Retail advertising for Goodyear tyres required high quality finishes within tight budgets. This example employed a straightforward shoot without the expense of actors. A special effect was created using multiple shots combined in editing, rather than opting for high cost CGI effects. Created with writer Ross Weetman at BADJAR Advertising.
The launch of a new 3 Series coupe in 2001 called for the insinuation of power with typical BMW style. New ‘anti hooning’ self regulation for car advertisers had just arrived so this seemed like a good time to keep the story off-road. Created with Barry Robinson.
The Perfect Cheese company were launching a new variety of cheese that put taste back into sandwich fillings. With a limited budget they wanted to generate interest quickly. Charlton Heston was due in town to promote his autobiography so Peter Ivan and I capitalised on the opportunity for a cheap(ish) gag. The famous actor had only to take a bite from a sandwich to cover his tour costs.
This iconic Australian auto parts manufacturer had to catch up with the times when imports began replacing many of their locally made products. While other consumer auto stores proliferated, Repco’s outlets were seen as trade oriented. Barry Robinson and I were briefed to give the stores a friendly, yet expert image (without alienating their auto trade clientele) and infuse the brand with a distinctly Australian flavor. The resulting character of ‘Rep’, delivering his casual slogan, did just that while the accompanying retail campaign was down to earth, yet warm.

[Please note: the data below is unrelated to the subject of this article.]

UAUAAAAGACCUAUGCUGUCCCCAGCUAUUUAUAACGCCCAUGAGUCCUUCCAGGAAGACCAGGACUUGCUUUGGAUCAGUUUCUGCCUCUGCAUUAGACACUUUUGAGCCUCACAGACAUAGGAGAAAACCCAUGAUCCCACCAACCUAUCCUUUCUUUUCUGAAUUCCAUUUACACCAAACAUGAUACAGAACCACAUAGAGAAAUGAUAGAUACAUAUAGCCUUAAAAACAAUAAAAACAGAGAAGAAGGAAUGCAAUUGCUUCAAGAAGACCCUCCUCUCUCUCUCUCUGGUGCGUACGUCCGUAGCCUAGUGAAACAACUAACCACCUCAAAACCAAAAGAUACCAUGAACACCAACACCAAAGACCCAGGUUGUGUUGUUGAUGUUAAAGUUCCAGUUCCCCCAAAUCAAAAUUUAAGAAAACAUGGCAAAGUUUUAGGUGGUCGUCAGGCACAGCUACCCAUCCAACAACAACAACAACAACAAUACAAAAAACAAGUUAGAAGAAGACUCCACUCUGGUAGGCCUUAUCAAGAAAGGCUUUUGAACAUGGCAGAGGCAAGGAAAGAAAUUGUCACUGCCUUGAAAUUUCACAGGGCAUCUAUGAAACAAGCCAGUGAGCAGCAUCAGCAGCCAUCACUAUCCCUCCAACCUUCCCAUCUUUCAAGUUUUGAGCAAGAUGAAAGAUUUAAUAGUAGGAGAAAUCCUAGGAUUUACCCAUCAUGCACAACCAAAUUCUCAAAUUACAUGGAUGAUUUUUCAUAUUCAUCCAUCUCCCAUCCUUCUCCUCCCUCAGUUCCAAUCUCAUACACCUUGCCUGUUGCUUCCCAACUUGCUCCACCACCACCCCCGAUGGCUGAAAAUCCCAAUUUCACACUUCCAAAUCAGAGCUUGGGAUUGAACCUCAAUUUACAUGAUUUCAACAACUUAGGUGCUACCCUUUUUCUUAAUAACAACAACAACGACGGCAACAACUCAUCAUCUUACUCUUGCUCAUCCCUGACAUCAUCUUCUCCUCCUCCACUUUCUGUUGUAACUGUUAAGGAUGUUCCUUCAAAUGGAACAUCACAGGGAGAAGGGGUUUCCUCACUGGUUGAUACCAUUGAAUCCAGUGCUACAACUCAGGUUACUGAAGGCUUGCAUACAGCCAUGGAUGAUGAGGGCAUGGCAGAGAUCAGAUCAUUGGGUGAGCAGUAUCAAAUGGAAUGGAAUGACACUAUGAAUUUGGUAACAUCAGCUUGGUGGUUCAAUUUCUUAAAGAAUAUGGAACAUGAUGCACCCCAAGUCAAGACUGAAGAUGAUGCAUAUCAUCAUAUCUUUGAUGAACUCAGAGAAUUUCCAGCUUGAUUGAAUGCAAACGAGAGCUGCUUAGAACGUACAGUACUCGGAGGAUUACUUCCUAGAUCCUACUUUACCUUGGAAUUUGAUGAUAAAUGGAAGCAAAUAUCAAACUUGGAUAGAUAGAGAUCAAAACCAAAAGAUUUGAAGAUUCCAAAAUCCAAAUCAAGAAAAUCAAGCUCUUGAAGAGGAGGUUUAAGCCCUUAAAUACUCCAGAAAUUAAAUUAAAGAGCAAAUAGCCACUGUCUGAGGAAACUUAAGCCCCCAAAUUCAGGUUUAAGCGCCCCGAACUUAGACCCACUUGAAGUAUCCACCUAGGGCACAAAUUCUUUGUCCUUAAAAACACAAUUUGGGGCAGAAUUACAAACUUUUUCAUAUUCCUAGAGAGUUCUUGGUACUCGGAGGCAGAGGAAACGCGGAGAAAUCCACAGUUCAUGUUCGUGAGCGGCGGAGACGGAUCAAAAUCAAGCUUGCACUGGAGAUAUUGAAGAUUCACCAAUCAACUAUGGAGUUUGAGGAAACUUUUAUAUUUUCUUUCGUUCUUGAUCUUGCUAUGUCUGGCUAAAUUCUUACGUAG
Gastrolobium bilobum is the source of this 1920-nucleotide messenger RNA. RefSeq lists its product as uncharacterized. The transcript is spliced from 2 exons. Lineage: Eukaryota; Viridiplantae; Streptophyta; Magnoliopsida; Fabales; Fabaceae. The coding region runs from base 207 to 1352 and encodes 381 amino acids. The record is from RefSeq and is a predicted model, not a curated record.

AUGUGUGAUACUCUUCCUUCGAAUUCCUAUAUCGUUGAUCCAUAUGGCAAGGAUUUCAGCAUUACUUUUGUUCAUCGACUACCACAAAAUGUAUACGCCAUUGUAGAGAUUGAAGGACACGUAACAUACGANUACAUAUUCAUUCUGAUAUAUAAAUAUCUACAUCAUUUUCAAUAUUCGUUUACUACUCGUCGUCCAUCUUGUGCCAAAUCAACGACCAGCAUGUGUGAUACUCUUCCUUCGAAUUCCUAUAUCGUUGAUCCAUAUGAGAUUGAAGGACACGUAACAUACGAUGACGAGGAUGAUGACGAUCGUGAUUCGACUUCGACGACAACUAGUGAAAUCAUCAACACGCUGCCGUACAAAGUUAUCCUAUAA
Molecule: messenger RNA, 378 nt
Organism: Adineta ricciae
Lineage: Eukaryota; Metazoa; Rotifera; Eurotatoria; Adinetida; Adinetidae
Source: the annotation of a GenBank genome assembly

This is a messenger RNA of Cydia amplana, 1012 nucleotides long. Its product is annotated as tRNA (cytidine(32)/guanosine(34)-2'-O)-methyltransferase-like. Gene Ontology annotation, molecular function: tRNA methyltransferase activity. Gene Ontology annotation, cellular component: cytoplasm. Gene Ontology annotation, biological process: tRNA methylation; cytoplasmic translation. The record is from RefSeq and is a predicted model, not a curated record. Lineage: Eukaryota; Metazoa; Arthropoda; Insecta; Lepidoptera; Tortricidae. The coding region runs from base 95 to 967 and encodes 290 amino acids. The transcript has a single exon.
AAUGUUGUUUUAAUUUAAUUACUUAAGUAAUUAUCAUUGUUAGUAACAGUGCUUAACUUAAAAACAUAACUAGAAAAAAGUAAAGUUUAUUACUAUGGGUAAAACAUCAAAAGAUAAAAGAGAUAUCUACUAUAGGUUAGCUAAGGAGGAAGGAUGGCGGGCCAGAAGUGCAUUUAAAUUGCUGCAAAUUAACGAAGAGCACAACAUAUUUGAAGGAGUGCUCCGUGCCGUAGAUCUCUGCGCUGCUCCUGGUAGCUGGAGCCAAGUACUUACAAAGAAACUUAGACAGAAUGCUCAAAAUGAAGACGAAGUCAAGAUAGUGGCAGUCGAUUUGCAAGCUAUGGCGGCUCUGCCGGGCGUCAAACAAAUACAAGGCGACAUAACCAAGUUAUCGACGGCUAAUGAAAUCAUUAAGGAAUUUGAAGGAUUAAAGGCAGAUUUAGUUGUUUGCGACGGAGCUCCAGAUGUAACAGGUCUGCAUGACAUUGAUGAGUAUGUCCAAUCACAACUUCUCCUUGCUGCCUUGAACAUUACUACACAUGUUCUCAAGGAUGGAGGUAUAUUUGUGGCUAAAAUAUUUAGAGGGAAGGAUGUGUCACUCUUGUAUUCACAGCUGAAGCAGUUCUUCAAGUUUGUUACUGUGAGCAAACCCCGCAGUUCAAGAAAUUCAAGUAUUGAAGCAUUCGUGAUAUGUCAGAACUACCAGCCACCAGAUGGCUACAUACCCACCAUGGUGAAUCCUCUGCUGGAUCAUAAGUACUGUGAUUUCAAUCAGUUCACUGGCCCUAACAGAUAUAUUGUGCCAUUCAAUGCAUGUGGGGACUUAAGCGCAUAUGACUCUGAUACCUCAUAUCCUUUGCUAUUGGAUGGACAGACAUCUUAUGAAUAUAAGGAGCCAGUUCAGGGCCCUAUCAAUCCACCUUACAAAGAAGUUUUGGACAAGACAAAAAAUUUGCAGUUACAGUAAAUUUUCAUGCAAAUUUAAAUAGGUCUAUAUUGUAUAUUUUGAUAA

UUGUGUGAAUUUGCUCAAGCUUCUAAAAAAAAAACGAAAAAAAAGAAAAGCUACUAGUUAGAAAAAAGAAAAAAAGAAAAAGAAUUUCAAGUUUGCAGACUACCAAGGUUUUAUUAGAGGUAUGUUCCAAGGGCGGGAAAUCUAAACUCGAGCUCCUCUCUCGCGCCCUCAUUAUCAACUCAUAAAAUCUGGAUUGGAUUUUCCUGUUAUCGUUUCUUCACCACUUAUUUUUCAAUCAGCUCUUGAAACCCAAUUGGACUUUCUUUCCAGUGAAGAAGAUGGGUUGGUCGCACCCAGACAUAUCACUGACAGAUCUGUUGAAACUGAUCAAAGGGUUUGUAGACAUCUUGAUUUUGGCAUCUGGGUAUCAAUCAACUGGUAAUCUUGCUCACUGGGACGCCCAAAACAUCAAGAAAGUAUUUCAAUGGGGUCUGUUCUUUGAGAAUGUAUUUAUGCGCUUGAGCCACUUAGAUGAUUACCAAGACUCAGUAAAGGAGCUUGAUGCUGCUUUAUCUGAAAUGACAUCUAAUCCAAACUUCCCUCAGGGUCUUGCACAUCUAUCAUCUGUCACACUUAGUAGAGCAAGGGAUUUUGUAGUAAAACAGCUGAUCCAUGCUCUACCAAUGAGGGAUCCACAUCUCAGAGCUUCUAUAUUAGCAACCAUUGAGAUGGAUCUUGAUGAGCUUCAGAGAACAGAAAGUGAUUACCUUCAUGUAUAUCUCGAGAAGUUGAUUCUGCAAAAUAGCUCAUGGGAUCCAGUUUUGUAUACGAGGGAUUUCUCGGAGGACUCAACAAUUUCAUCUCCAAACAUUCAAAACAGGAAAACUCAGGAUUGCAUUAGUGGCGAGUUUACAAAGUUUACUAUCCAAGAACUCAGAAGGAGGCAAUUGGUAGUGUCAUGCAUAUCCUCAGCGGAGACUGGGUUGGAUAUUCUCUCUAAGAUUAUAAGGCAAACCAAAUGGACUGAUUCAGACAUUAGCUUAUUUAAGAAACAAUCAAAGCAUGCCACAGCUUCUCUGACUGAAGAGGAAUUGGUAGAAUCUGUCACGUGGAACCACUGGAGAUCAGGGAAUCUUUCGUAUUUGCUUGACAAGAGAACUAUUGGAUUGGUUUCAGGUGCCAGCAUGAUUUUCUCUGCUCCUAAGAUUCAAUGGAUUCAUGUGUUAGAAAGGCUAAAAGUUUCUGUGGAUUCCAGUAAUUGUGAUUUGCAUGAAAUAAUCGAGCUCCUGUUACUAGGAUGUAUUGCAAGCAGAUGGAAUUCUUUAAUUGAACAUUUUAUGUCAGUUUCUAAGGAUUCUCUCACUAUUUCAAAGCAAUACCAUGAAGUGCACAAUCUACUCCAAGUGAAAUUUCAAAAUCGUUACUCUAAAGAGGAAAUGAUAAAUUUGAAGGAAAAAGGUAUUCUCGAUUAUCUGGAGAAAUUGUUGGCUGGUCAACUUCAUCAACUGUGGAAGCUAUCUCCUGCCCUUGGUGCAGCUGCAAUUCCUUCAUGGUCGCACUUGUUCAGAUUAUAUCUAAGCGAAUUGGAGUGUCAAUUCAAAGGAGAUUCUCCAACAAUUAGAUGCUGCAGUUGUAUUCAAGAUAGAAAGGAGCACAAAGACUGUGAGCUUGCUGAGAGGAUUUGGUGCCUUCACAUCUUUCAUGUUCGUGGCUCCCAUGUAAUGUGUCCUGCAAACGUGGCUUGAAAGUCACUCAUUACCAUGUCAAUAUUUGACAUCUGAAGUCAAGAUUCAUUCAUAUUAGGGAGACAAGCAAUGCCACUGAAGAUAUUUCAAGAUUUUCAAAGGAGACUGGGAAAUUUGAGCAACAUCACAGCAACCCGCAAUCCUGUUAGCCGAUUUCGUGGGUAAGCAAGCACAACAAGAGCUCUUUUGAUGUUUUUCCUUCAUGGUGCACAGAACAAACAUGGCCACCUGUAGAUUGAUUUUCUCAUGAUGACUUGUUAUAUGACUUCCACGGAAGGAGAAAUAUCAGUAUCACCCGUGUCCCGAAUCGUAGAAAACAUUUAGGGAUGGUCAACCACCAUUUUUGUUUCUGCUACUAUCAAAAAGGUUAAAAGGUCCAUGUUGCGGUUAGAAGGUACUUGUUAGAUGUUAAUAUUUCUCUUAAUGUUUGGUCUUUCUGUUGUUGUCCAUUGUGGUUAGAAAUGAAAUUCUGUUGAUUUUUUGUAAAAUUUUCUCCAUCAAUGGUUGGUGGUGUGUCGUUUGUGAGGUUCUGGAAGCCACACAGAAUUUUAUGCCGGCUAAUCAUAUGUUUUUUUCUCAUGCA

McCain Foods were having trouble with their frozen pizza. During the late 1990s competition between home delivered and supermarket pizzas was being fought to the death, as margins narrowed and taste quality evaporated. Eventually McCain hunkered down at their Ballarat factory and re-thought the recipe, devising a product that brought taste back to the market for a reasonable price. After I and my writer, Peter Ivan, had tasted the new pizza for ourselves we declared it a miracle. And so a proposition was born, which went on to spearhead the product, including packaging and POS material. It became the longest-running McCain commercial in Australia.
Driving a $300,000 limousine should be as easy as falling into bed. But the new BMW 7 Series launched in 2003 was, literally, new from the ground up. Luxury auto makers are first with the innovations later seen on all cars, so the first BMW to offer keyless entry confused drivers. Business leaders are notoriously averse to new technology, so they began bad-mouthing the car across Australia. This campaign of spreads for The Australian Magazine helped convince potential owners that BMW’s revolutionary new car wasn’t difficult to operate but actually simpler.